“Girl ​​in a Wetsuit” in Stanley Park

A lovely family story of how the iconic “Girl ​​in a Wetsuit” in Stanley Park came to fruition. Written by Julie Brown (Sara's Mom), pictured above with Sofia. 

Sara's grandfather, Doug McK Brown, fondly known as Papasan by his grandchildren and family, used to walk around the seawall of his beloved Stanley Park for the love of it and as a respite from a busy law practice, passing and observing an enormous rock on a very regular basis. It brought to mind the little mermaid inspired by Hans Christian Anderson's tale, that sits yearningly on a rock in the port in Copenhagen, so much so that he went as far as writing to the Mayor of Copenhagen with the idea of replicating it. In rethinking this, he decided that something unique that could be seen by ships coming into port and would represent Vancouver’s dependence on the sea, would be far more meaningful. He commissioned Elek Imredy, a noted sculptor who worked in bronze, wood, granite, ​and ​fiberglass. 

He then went about doing what had to be done — approaching the city for approval so that in his words, "every Tom, Dick and Harry wouldn't put their own creations on every available rock they found,” and the monumental task of raising the money himself which included persuading Canadian Airlines to ship her to Rome at no cost to be cast in bronze, returning at a considerably higher weight than she was when she left!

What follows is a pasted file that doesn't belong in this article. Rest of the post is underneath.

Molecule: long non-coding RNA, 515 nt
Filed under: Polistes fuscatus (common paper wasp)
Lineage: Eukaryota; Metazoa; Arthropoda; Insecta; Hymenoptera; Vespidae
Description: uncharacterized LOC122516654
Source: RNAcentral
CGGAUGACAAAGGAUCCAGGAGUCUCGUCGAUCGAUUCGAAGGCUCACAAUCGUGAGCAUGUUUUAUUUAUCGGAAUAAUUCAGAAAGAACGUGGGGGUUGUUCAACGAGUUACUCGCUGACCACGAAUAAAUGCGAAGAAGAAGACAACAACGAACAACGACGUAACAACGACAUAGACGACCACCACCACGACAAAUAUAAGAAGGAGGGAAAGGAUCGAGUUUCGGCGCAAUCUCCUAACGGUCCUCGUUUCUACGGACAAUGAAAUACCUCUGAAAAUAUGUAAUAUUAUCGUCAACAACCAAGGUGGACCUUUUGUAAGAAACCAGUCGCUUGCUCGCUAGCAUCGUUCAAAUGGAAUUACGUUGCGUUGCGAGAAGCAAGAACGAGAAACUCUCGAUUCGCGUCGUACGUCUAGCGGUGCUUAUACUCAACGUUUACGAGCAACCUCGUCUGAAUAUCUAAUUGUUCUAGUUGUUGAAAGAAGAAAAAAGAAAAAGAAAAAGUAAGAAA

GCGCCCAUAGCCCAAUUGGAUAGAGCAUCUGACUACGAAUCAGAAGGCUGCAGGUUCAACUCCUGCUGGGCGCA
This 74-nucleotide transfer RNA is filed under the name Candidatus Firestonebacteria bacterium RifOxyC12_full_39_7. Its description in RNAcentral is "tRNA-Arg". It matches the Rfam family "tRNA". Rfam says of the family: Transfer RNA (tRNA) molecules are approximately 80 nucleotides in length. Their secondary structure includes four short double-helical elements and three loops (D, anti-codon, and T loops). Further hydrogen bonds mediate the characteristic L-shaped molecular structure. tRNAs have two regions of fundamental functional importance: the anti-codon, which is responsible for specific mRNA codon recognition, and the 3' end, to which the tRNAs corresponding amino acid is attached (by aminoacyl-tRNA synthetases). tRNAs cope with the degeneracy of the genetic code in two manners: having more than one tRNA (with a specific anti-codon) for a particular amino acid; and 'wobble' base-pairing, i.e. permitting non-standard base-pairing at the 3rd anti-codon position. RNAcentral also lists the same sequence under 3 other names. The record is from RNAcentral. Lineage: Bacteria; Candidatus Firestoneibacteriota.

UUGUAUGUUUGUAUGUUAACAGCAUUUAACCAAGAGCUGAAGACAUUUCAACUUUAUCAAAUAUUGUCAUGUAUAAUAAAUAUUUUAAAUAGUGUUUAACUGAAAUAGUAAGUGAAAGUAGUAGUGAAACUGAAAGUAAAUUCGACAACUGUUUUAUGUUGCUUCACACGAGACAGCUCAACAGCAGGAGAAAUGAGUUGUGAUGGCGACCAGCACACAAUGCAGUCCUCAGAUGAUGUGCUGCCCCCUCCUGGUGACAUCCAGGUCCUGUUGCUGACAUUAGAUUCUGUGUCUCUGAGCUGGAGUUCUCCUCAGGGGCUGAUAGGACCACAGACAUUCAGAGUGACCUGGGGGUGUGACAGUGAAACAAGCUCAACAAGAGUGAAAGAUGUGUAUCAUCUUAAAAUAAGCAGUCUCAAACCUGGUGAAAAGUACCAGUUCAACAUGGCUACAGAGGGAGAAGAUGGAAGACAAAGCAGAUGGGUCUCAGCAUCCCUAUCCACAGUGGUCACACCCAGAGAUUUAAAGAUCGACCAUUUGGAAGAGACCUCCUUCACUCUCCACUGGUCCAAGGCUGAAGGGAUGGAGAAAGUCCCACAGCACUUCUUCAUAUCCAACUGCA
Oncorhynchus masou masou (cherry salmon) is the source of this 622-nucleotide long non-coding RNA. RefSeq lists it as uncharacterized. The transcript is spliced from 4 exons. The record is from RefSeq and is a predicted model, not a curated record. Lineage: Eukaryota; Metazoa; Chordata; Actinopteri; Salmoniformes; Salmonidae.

The unveiling took place on June 10, 1972, a day after Dillingham sent divers down to 'slightly' reposition a rock weighing 20 tons. Douglas announced that, "since the Girl belonged henceforth to everyone who used the park​,​ it would be inappropriate for himself or any of the politicians present to unveil her. Rather, the honour should go to the first citizen who strolled into view along the seawall.” Everyone waited for 10 minutes in the rain, while the Sea Cadet Band from HMCS Discovery tootled its full repertoire. Finally, two ​young ​girls came along arm-in-arm and were startled when he told them the honour was to be theirs. They pulled a string on shore that reached out to the canvas covering the Girl—and the unveiling was accomplished. 

On the day after my father died, The Honourable Allan McEachern, Chief Justice of the Supreme Court of British Columbia, adjourned the court to mark the passing of a great lawyer. In his remarks, ​Chief Justice McEachern commented that Doug once mentioned perceptively, that his legal efforts will soon be forgotten and he would rather be remembered as the person who conceived and arranged the placement of the statue ‘Girl in a Wetsuit” at Lumberman's Arch in his beloved Stanley Park. Characteristically, he refused to have his name placed on the commemorative plaque.

It is a family tradition to stop and reflect at this spot, this time with three generations to admire her. Next time you find yourself in Stanley Park pop by to say hello to our girl on the rock.